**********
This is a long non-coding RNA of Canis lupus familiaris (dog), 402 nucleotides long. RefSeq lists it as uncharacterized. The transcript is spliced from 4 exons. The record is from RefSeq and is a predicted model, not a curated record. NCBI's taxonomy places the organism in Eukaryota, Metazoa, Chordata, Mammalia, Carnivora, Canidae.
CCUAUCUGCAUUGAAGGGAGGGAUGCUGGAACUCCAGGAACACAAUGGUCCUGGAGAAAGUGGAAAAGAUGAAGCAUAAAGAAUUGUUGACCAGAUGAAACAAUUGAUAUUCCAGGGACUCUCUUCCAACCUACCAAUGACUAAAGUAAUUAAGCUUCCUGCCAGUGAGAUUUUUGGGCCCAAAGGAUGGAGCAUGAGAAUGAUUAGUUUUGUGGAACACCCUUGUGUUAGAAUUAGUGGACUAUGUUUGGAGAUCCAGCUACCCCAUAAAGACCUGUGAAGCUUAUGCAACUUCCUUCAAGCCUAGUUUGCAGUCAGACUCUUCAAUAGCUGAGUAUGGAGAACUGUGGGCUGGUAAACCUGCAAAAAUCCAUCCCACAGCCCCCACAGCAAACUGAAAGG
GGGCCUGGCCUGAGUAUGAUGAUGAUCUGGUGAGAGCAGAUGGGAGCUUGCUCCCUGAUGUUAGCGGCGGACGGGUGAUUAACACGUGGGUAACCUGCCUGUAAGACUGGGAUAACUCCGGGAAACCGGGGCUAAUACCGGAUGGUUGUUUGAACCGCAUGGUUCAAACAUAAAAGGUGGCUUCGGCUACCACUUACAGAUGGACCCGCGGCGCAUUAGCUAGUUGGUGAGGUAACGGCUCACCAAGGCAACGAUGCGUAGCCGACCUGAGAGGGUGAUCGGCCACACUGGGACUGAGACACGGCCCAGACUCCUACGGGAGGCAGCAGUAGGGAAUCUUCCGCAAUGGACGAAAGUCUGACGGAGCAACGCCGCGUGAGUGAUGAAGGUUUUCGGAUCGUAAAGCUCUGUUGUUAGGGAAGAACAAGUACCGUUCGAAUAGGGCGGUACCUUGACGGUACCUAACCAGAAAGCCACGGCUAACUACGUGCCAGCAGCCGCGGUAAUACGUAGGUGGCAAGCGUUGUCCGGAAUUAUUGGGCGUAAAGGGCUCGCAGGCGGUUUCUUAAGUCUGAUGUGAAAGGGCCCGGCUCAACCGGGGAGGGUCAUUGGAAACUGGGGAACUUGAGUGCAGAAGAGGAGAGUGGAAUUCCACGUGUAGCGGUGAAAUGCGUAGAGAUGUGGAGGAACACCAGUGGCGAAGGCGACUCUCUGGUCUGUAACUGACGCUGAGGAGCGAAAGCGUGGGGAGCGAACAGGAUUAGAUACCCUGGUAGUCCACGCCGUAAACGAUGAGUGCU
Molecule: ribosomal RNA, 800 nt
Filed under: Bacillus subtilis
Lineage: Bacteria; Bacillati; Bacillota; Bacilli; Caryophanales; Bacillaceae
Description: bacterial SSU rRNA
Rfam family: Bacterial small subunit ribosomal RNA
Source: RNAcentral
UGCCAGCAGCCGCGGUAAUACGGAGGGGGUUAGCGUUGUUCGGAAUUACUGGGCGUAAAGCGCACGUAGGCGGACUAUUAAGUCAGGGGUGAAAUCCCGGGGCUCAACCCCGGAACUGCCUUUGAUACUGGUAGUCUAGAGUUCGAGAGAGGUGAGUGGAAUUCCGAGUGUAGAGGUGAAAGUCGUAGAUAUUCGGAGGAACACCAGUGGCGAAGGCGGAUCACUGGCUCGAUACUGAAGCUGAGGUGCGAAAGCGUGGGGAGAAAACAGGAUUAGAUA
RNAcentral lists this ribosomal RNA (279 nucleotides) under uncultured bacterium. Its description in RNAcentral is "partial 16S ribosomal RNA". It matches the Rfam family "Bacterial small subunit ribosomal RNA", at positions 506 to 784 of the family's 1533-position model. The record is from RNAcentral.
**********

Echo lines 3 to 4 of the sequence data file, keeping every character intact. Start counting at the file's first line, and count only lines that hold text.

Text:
GGGCCUGGCCUGAGUAUGAUGAUGAUCUGGUGAGAGCAGAUGGGAGCUUGCUCCCUGAUGUUAGCGGCGGACGGGUGAUUAACACGUGGGUAACCUGCCUGUAAGACUGGGAUAACUCCGGGAAACCGGGGCUAAUACCGGAUGGUUGUUUGAACCGCAUGGUUCAAACAUAAAAGGUGGCUUCGGCUACCACUUACAGAUGGACCCGCGGCGCAUUAGCUAGUUGGUGAGGUAACGGCUCACCAAGGCAACGAUGCGUAGCCGACCUGAGAGGGUGAUCGGCCACACUGGGACUGAGACACGGCCCAGACUCCUACGGGAGGCAGCAGUAGGGAAUCUUCCGCAAUGGACGAAAGUCUGACGGAGCAACGCCGCGUGAGUGAUGAAGGUUUUCGGAUCGUAAAGCUCUGUUGUUAGGGAAGAACAAGUACCGUUCGAAUAGGGCGGUACCUUGACGGUACCUAACCAGAAAGCCACGGCUAACUACGUGCCAGCAGCCGCGGUAAUACGUAGGUGGCAAGCGUUGUCCGGAAUUAUUGGGCGUAAAGGGCUCGCAGGCGGUUUCUUAAGUCUGAUGUGAAAGGGCCCGGCUCAACCGGGGAGGGUCAUUGGAAACUGGGGAACUUGAGUGCAGAAGAGGAGAGUGGAAUUCCACGUGUAGCGGUGAAAUGCGUAGAGAUGUGGAGGAACACCAGUGGCGAAGGCGACUCUCUGGUCUGUAACUGACGCUGAGGAGCGAAAGCGUGGGGAGCGAACAGGAUUAGAUACCCUGGUAGUCCACGCCGUAAACGAUGAGUGCU
Molecule: ribosomal RNA, 800 nt